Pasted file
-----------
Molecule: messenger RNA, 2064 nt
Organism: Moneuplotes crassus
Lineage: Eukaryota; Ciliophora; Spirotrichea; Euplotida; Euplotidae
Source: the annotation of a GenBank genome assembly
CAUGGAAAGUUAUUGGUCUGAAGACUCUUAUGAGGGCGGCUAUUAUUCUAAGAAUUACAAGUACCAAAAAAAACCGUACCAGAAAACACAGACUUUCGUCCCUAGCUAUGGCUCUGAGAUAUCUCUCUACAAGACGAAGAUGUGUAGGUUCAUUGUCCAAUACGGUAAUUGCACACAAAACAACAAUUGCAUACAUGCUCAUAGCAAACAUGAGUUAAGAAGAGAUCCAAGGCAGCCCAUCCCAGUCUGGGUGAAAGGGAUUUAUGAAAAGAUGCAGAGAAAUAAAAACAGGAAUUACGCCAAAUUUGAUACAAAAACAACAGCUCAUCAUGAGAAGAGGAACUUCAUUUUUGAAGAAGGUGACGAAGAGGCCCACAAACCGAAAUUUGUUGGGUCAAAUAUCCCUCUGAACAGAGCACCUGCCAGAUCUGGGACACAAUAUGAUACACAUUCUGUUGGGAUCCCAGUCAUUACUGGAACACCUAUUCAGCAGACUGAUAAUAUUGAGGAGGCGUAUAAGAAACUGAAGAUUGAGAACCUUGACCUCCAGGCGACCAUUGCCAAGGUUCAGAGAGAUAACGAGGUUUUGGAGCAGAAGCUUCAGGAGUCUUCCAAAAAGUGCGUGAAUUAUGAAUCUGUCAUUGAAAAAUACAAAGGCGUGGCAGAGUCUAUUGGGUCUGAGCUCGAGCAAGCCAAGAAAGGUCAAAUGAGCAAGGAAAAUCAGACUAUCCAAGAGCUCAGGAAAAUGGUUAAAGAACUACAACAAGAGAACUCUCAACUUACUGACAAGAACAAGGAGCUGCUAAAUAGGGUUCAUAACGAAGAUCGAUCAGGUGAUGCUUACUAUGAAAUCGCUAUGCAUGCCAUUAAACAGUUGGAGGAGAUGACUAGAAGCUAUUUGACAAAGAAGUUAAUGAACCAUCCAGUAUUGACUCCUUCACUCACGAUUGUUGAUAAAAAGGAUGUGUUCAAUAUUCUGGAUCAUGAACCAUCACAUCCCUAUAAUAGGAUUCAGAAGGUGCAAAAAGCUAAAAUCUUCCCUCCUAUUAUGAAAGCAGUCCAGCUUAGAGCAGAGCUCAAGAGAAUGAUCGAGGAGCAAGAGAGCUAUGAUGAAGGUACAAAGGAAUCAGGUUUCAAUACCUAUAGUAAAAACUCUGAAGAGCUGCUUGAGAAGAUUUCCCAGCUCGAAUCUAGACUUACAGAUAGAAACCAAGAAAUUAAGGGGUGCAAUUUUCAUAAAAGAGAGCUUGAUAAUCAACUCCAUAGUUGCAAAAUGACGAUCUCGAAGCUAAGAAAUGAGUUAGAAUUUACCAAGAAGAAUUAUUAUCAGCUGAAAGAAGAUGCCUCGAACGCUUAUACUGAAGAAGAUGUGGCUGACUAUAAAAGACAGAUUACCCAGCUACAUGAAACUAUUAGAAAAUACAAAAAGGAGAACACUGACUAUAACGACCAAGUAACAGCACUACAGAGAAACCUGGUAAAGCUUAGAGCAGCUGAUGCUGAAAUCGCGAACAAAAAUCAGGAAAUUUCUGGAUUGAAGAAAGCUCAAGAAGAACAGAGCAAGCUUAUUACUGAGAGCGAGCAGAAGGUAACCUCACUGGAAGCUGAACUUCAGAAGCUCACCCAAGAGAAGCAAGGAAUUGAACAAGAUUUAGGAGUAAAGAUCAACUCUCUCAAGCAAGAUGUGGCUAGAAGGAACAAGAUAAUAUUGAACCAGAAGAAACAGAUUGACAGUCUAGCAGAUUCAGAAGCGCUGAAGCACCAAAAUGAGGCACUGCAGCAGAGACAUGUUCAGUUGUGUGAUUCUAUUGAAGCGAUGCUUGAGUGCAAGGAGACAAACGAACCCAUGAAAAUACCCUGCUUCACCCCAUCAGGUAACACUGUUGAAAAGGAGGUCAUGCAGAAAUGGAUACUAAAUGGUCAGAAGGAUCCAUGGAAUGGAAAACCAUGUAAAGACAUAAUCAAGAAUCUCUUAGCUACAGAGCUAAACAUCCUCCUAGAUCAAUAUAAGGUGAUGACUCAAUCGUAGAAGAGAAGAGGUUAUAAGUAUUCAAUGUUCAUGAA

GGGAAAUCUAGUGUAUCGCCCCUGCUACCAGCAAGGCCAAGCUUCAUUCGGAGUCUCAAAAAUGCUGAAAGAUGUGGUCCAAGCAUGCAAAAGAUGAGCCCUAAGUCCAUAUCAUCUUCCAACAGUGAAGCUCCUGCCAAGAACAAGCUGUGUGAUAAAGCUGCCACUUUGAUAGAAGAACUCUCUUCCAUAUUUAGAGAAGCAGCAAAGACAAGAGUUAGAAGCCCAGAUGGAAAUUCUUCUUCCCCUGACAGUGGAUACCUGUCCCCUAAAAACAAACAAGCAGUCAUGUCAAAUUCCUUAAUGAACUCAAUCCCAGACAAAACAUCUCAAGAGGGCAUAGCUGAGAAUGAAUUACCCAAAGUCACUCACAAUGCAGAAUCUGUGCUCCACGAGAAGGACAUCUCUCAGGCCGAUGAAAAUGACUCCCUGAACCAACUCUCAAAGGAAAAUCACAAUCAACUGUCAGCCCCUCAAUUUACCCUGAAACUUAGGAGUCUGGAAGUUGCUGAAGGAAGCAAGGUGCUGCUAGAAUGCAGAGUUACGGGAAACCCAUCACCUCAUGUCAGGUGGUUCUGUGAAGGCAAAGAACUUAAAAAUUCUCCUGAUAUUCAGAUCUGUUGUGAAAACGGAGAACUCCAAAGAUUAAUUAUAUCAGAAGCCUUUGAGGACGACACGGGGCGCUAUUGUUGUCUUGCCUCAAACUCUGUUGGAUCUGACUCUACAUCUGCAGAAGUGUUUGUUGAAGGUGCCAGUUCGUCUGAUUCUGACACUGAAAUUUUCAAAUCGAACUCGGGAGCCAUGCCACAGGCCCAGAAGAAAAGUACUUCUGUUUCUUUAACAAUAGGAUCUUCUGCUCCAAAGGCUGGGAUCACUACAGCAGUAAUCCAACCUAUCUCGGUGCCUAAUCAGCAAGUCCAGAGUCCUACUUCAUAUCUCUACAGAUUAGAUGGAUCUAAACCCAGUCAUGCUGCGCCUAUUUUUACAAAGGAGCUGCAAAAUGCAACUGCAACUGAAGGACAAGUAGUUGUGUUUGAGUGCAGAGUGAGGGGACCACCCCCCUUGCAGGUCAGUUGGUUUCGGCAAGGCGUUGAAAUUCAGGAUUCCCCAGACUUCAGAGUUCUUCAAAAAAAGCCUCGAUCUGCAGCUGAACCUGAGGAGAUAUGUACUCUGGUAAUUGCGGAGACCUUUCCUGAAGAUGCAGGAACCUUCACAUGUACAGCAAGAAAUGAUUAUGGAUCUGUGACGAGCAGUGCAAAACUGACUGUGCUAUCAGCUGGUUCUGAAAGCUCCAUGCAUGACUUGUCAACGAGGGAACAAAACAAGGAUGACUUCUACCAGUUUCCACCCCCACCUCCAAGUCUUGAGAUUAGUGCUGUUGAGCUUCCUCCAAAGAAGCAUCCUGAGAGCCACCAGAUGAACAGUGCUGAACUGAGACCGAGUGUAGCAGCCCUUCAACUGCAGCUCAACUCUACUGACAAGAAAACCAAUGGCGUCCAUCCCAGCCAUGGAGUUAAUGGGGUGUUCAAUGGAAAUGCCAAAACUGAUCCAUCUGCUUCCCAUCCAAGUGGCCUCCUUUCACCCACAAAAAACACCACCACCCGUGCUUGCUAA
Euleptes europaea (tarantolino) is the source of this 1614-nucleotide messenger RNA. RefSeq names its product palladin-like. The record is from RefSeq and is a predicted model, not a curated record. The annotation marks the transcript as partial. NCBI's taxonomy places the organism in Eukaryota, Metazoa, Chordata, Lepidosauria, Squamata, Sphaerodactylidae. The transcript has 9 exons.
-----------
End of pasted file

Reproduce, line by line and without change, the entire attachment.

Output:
Molecule: messenger RNA, 2064 nt
Organism: Moneuplotes crassus
Lineage: Eukaryota; Ciliophora; Spirotrichea; Euplotida; Euplotidae
Source: the annotation of a GenBank genome assembly
CAUGGAAAGUUAUUGGUCUGAAGACUCUUAUGAGGGCGGCUAUUAUUCUAAGAAUUACAAGUACCAAAAAAAACCGUACCAGAAAACACAGACUUUCGUCCCUAGCUAUGGCUCUGAGAUAUCUCUCUACAAGACGAAGAUGUGUAGGUUCAUUGUCCAAUACGGUAAUUGCACACAAAACAACAAUUGCAUACAUGCUCAUAGCAAACAUGAGUUAAGAAGAGAUCCAAGGCAGCCCAUCCCAGUCUGGGUGAAAGGGAUUUAUGAAAAGAUGCAGAGAAAUAAAAACAGGAAUUACGCCAAAUUUGAUACAAAAACAACAGCUCAUCAUGAGAAGAGGAACUUCAUUUUUGAAGAAGGUGACGAAGAGGCCCACAAACCGAAAUUUGUUGGGUCAAAUAUCCCUCUGAACAGAGCACCUGCCAGAUCUGGGACACAAUAUGAUACACAUUCUGUUGGGAUCCCAGUCAUUACUGGAACACCUAUUCAGCAGACUGAUAAUAUUGAGGAGGCGUAUAAGAAACUGAAGAUUGAGAACCUUGACCUCCAGGCGACCAUUGCCAAGGUUCAGAGAGAUAACGAGGUUUUGGAGCAGAAGCUUCAGGAGUCUUCCAAAAAGUGCGUGAAUUAUGAAUCUGUCAUUGAAAAAUACAAAGGCGUGGCAGAGUCUAUUGGGUCUGAGCUCGAGCAAGCCAAGAAAGGUCAAAUGAGCAAGGAAAAUCAGACUAUCCAAGAGCUCAGGAAAAUGGUUAAAGAACUACAACAAGAGAACUCUCAACUUACUGACAAGAACAAGGAGCUGCUAAAUAGGGUUCAUAACGAAGAUCGAUCAGGUGAUGCUUACUAUGAAAUCGCUAUGCAUGCCAUUAAACAGUUGGAGGAGAUGACUAGAAGCUAUUUGACAAAGAAGUUAAUGAACCAUCCAGUAUUGACUCCUUCACUCACGAUUGUUGAUAAAAAGGAUGUGUUCAAUAUUCUGGAUCAUGAACCAUCACAUCCCUAUAAUAGGAUUCAGAAGGUGCAAAAAGCUAAAAUCUUCCCUCCUAUUAUGAAAGCAGUCCAGCUUAGAGCAGAGCUCAAGAGAAUGAUCGAGGAGCAAGAGAGCUAUGAUGAAGGUACAAAGGAAUCAGGUUUCAAUACCUAUAGUAAAAACUCUGAAGAGCUGCUUGAGAAGAUUUCCCAGCUCGAAUCUAGACUUACAGAUAGAAACCAAGAAAUUAAGGGGUGCAAUUUUCAUAAAAGAGAGCUUGAUAAUCAACUCCAUAGUUGCAAAAUGACGAUCUCGAAGCUAAGAAAUGAGUUAGAAUUUACCAAGAAGAAUUAUUAUCAGCUGAAAGAAGAUGCCUCGAACGCUUAUACUGAAGAAGAUGUGGCUGACUAUAAAAGACAGAUUACCCAGCUACAUGAAACUAUUAGAAAAUACAAAAAGGAGAACACUGACUAUAACGACCAAGUAACAGCACUACAGAGAAACCUGGUAAAGCUUAGAGCAGCUGAUGCUGAAAUCGCGAACAAAAAUCAGGAAAUUUCUGGAUUGAAGAAAGCUCAAGAAGAACAGAGCAAGCUUAUUACUGAGAGCGAGCAGAAGGUAACCUCACUGGAAGCUGAACUUCAGAAGCUCACCCAAGAGAAGCAAGGAAUUGAACAAGAUUUAGGAGUAAAGAUCAACUCUCUCAAGCAAGAUGUGGCUAGAAGGAACAAGAUAAUAUUGAACCAGAAGAAACAGAUUGACAGUCUAGCAGAUUCAGAAGCGCUGAAGCACCAAAAUGAGGCACUGCAGCAGAGACAUGUUCAGUUGUGUGAUUCUAUUGAAGCGAUGCUUGAGUGCAAGGAGACAAACGAACCCAUGAAAAUACCCUGCUUCACCCCAUCAGGUAACACUGUUGAAAAGGAGGUCAUGCAGAAAUGGAUACUAAAUGGUCAGAAGGAUCCAUGGAAUGGAAAACCAUGUAAAGACAUAAUCAAGAAUCUCUUAGCUACAGAGCUAAACAUCCUCCUAGAUCAAUAUAAGGUGAUGACUCAAUCGUAGAAGAGAAGAGGUUAUAAGUAUUCAAUGUUCAUGAA

GGGAAAUCUAGUGUAUCGCCCCUGCUACCAGCAAGGCCAAGCUUCAUUCGGAGUCUCAAAAAUGCUGAAAGAUGUGGUCCAAGCAUGCAAAAGAUGAGCCCUAAGUCCAUAUCAUCUUCCAACAGUGAAGCUCCUGCCAAGAACAAGCUGUGUGAUAAAGCUGCCACUUUGAUAGAAGAACUCUCUUCCAUAUUUAGAGAAGCAGCAAAGACAAGAGUUAGAAGCCCAGAUGGAAAUUCUUCUUCCCCUGACAGUGGAUACCUGUCCCCUAAAAACAAACAAGCAGUCAUGUCAAAUUCCUUAAUGAACUCAAUCCCAGACAAAACAUCUCAAGAGGGCAUAGCUGAGAAUGAAUUACCCAAAGUCACUCACAAUGCAGAAUCUGUGCUCCACGAGAAGGACAUCUCUCAGGCCGAUGAAAAUGACUCCCUGAACCAACUCUCAAAGGAAAAUCACAAUCAACUGUCAGCCCCUCAAUUUACCCUGAAACUUAGGAGUCUGGAAGUUGCUGAAGGAAGCAAGGUGCUGCUAGAAUGCAGAGUUACGGGAAACCCAUCACCUCAUGUCAGGUGGUUCUGUGAAGGCAAAGAACUUAAAAAUUCUCCUGAUAUUCAGAUCUGUUGUGAAAACGGAGAACUCCAAAGAUUAAUUAUAUCAGAAGCCUUUGAGGACGACACGGGGCGCUAUUGUUGUCUUGCCUCAAACUCUGUUGGAUCUGACUCUACAUCUGCAGAAGUGUUUGUUGAAGGUGCCAGUUCGUCUGAUUCUGACACUGAAAUUUUCAAAUCGAACUCGGGAGCCAUGCCACAGGCCCAGAAGAAAAGUACUUCUGUUUCUUUAACAAUAGGAUCUUCUGCUCCAAAGGCUGGGAUCACUACAGCAGUAAUCCAACCUAUCUCGGUGCCUAAUCAGCAAGUCCAGAGUCCUACUUCAUAUCUCUACAGAUUAGAUGGAUCUAAACCCAGUCAUGCUGCGCCUAUUUUUACAAAGGAGCUGCAAAAUGCAACUGCAACUGAAGGACAAGUAGUUGUGUUUGAGUGCAGAGUGAGGGGACCACCCCCCUUGCAGGUCAGUUGGUUUCGGCAAGGCGUUGAAAUUCAGGAUUCCCCAGACUUCAGAGUUCUUCAAAAAAAGCCUCGAUCUGCAGCUGAACCUGAGGAGAUAUGUACUCUGGUAAUUGCGGAGACCUUUCCUGAAGAUGCAGGAACCUUCACAUGUACAGCAAGAAAUGAUUAUGGAUCUGUGACGAGCAGUGCAAAACUGACUGUGCUAUCAGCUGGUUCUGAAAGCUCCAUGCAUGACUUGUCAACGAGGGAACAAAACAAGGAUGACUUCUACCAGUUUCCACCCCCACCUCCAAGUCUUGAGAUUAGUGCUGUUGAGCUUCCUCCAAAGAAGCAUCCUGAGAGCCACCAGAUGAACAGUGCUGAACUGAGACCGAGUGUAGCAGCCCUUCAACUGCAGCUCAACUCUACUGACAAGAAAACCAAUGGCGUCCAUCCCAGCCAUGGAGUUAAUGGGGUGUUCAAUGGAAAUGCCAAAACUGAUCCAUCUGCUUCCCAUCCAAGUGGCCUCCUUUCACCCACAAAAAACACCACCACCCGUGCUUGCUAA
Euleptes europaea (tarantolino) is the source of this 1614-nucleotide messenger RNA. RefSeq names its product palladin-like. The record is from RefSeq and is a predicted model, not a curated record. The annotation marks the transcript as partial. NCBI's taxonomy places the organism in Eukaryota, Metazoa, Chordata, Lepidosauria, Squamata, Sphaerodactylidae. The transcript has 9 exons.